Hixson provided no guidance on the jobs creation potential left in Grand Rapids.

The Genie and House Bill 6564

Wind-generated electricity is here to stay, said Arn Boezaart. “The genie is out of the bottle.”

And it’s hovering over Lake Michigan, as is evidenced by Michigan House Bill 6564 introduced Nov. 10.

Boezaart, executive director of the Grand Valley State University Michigan Alternative and Renewable Energy Center in Muskegon, was speaking at a public forum at Aquinas College last week on the future of commercial wind farms offshore in Lake Michigan. The forum was hosted by the West Michigan Environmental Action Council and the Center for Sustainability at Aquinas.

Boezaart and several other panelists talked about common concerns regarding commercial wind turbines and what would need to be done by developers, researchers and local governments before a commercial wind farm could be built in The Big Lake.

In the back of everyone’s mind was the past year of controversy regarding a large wind farm that would have been about four miles offshore from Pentwater, proposed by a Minnesota developer. In Oceana and Mason counties, the idea went over like the proverbial lead balloon, although some people in Muskegon said they would welcome an offshore wind farm there.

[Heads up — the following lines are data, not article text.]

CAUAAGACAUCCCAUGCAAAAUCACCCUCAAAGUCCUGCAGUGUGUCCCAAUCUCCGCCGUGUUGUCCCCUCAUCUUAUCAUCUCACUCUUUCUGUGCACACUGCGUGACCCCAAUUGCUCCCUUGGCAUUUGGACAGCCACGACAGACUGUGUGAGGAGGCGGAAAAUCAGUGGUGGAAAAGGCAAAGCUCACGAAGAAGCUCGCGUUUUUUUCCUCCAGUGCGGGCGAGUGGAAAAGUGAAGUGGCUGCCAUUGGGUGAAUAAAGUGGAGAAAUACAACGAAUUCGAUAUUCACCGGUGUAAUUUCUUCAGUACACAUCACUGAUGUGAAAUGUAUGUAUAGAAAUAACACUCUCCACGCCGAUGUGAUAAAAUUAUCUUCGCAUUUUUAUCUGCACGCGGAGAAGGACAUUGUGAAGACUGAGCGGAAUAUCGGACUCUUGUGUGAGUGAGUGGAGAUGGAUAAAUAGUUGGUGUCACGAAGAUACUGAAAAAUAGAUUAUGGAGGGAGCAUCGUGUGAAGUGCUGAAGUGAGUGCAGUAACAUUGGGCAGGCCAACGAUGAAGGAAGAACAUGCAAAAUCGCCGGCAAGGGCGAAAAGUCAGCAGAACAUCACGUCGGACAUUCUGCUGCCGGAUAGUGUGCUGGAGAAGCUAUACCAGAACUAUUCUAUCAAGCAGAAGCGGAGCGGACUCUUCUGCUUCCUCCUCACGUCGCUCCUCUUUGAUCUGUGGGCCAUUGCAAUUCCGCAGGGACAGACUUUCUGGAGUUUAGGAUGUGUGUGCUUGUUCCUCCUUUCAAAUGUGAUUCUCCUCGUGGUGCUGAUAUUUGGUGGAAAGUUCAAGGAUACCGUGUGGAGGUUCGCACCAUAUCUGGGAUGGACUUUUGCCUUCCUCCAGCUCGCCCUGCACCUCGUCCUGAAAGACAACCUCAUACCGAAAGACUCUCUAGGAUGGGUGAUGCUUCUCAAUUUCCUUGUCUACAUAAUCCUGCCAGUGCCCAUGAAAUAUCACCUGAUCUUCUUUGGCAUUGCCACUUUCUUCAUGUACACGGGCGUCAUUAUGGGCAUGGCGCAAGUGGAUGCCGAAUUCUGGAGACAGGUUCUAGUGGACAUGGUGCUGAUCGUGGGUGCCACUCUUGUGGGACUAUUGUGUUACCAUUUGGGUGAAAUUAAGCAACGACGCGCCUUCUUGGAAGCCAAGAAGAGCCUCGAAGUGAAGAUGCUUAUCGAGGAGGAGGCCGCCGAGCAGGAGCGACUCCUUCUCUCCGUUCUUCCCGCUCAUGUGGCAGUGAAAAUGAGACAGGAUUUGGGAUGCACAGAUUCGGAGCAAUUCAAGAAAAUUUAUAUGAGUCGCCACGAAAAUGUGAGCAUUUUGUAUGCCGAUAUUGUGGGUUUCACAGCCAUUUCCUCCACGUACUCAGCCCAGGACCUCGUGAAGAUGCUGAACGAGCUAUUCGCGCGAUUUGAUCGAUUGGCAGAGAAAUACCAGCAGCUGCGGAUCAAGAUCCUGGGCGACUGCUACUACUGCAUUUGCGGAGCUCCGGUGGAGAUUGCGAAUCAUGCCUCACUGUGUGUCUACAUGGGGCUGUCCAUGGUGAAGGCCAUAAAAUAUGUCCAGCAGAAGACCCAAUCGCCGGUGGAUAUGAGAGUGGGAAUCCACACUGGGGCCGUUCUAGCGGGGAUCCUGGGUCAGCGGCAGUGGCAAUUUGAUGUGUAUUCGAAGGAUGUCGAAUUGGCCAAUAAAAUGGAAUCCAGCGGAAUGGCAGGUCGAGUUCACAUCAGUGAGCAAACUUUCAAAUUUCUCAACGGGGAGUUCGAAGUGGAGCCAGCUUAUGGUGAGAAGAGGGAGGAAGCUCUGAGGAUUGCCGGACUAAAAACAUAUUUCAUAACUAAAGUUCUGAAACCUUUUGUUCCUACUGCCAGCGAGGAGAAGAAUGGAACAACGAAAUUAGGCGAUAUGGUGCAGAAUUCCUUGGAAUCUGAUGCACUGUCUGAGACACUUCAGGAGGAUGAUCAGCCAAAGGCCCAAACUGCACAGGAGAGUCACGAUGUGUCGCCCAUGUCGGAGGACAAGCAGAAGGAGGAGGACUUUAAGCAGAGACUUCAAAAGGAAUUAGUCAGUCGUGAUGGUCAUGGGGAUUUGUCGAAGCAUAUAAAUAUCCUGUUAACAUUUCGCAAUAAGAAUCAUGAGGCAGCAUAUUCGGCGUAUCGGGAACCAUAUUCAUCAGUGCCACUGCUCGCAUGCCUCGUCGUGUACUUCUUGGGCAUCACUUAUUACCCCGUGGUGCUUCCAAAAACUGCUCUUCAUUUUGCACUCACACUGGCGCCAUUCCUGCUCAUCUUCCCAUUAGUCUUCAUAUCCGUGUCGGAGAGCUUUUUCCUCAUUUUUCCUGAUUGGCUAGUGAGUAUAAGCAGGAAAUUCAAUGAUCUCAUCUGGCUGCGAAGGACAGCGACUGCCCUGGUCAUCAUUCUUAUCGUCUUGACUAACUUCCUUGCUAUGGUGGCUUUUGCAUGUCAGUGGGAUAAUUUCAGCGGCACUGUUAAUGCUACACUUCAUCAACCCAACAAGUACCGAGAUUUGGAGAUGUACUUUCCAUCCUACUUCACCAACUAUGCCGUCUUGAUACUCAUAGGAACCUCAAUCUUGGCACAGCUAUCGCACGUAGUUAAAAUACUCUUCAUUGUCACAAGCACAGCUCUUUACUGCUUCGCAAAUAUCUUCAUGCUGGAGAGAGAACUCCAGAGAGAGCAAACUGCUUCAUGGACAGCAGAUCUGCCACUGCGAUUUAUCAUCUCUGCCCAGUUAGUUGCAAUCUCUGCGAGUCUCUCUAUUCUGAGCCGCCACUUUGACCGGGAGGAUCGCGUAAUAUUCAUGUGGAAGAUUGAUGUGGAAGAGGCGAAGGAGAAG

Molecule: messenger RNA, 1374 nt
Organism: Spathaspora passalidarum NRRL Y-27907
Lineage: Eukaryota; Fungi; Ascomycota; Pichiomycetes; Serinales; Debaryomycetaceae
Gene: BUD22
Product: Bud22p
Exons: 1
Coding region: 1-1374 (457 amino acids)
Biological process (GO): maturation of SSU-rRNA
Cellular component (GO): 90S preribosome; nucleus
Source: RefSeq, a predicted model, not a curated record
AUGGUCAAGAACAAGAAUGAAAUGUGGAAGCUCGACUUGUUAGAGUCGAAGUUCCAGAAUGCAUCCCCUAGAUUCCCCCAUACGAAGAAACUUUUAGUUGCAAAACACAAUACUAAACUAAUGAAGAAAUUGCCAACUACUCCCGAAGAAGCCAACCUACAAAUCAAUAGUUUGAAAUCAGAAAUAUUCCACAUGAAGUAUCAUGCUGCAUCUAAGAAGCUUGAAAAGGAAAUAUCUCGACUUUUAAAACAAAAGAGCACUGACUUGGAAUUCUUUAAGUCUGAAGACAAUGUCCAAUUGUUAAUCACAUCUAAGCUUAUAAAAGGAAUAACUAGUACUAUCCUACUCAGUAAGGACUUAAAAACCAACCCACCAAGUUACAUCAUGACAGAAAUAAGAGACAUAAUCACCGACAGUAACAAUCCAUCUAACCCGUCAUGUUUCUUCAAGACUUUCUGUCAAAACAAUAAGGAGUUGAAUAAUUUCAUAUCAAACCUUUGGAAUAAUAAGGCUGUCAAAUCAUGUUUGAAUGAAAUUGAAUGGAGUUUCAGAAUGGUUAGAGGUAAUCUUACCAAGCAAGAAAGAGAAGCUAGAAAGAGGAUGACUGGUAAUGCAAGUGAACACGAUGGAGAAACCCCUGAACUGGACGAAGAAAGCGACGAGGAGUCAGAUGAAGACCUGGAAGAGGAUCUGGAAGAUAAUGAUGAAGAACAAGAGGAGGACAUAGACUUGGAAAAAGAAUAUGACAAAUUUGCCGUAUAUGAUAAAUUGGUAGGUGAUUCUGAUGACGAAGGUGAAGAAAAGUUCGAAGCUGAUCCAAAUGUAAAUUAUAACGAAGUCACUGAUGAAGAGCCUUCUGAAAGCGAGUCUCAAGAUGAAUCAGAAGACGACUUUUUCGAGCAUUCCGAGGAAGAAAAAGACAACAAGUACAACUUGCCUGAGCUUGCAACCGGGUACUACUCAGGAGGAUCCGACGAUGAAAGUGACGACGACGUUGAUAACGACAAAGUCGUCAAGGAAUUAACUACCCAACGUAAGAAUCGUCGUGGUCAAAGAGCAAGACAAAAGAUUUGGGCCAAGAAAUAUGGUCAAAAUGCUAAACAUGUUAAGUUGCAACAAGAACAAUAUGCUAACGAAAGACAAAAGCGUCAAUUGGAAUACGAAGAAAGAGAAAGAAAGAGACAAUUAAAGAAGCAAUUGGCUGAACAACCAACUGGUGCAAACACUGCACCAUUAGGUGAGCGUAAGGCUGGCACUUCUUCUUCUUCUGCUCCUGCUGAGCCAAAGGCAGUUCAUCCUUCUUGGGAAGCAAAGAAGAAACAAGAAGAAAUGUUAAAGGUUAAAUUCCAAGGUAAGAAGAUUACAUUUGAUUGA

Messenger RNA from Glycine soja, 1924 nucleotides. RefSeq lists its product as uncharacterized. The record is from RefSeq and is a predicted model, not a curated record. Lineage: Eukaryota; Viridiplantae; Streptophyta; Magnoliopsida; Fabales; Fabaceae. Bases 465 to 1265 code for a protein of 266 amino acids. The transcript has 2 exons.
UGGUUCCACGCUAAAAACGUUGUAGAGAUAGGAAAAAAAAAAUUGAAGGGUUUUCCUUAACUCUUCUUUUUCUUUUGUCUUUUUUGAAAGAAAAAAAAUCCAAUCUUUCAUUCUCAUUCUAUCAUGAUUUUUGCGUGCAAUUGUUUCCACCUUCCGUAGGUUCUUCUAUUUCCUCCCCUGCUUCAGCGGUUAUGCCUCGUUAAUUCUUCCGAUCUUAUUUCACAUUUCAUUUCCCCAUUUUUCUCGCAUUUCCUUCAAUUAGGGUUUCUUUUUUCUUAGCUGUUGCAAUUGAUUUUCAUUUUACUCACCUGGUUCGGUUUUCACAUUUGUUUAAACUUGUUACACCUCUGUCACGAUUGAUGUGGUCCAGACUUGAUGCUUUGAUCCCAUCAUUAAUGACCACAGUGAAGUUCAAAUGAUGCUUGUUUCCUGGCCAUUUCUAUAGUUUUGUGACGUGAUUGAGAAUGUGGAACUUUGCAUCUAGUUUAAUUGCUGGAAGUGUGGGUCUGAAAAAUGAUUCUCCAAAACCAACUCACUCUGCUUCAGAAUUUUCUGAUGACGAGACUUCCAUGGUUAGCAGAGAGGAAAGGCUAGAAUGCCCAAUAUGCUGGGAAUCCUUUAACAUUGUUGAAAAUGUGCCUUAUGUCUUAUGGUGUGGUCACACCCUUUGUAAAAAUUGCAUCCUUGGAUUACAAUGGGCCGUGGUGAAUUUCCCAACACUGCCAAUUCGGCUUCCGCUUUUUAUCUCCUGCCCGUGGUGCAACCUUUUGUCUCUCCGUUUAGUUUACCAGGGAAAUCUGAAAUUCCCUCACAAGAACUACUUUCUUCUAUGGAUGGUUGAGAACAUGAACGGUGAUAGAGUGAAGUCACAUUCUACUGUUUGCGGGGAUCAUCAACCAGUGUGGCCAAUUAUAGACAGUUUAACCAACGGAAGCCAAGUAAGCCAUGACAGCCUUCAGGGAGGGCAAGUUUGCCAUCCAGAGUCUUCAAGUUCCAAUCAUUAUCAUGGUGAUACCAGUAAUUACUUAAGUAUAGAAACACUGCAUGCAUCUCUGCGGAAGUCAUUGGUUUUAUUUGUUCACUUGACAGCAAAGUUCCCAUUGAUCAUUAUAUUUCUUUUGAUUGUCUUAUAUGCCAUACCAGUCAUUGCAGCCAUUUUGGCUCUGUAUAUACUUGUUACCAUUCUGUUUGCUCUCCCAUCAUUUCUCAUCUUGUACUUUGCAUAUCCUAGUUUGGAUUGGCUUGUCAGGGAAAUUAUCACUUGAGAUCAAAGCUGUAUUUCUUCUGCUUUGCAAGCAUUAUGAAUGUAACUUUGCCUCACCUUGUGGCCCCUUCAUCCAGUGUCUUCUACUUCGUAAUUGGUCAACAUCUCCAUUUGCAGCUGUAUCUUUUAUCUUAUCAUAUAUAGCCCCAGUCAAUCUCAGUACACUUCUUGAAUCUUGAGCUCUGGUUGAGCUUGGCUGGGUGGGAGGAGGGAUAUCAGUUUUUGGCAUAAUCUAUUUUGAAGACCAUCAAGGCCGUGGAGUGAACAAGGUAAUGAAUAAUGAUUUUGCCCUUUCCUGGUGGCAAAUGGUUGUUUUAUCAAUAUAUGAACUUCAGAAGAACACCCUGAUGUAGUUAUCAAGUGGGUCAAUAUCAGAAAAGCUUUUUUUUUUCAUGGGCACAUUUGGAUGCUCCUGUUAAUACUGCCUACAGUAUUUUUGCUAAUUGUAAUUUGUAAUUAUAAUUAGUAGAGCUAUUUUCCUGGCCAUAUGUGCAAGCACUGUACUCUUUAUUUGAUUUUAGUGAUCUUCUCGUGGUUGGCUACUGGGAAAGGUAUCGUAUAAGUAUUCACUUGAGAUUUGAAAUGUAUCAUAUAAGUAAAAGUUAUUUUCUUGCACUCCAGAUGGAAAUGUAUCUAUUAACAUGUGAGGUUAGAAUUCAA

The Mason/Oceana proposal was a “poorly conceived project,” said panelist Mike O’Brien, a Douglas resident who represents Bluewater Wind in the Great Lakes region. Bluewater is a New Jersey wind farm developer working on a major project off the coast of Delaware. O’Brien said repeatedly that “correct, thoughtful siting” of the turbines is the key to a successful project.

H.B. 6564 would spell out in detail how Michigan will lease the bottom off its Great Lakes shores to wind farm developers. It would bar any wind farm within three miles of shore, and the adjacent county board would have to give its consent for a wind farm within six miles of shore. Leases for bottomlands would be by public auction, with leaseholders paying 3 percent of gross electricity sales revenues to the state.

State senators Patty Birkholz, R-Saugatuck, and Gerald Van Woerkom, R-Norton Shores, along with Democrat reps from Leland and Bay City, led a bipartisan coalition of shoreline lawmakers who drafted the bill.

Birkholz said that Michigan has an opportunity to be on the cutting edge of wind turbine manufacturing with “this common sense, bipartisan plan to make Michigan the top spot in the nation for offshore wind energy, and put thousands of our workers back on the job.”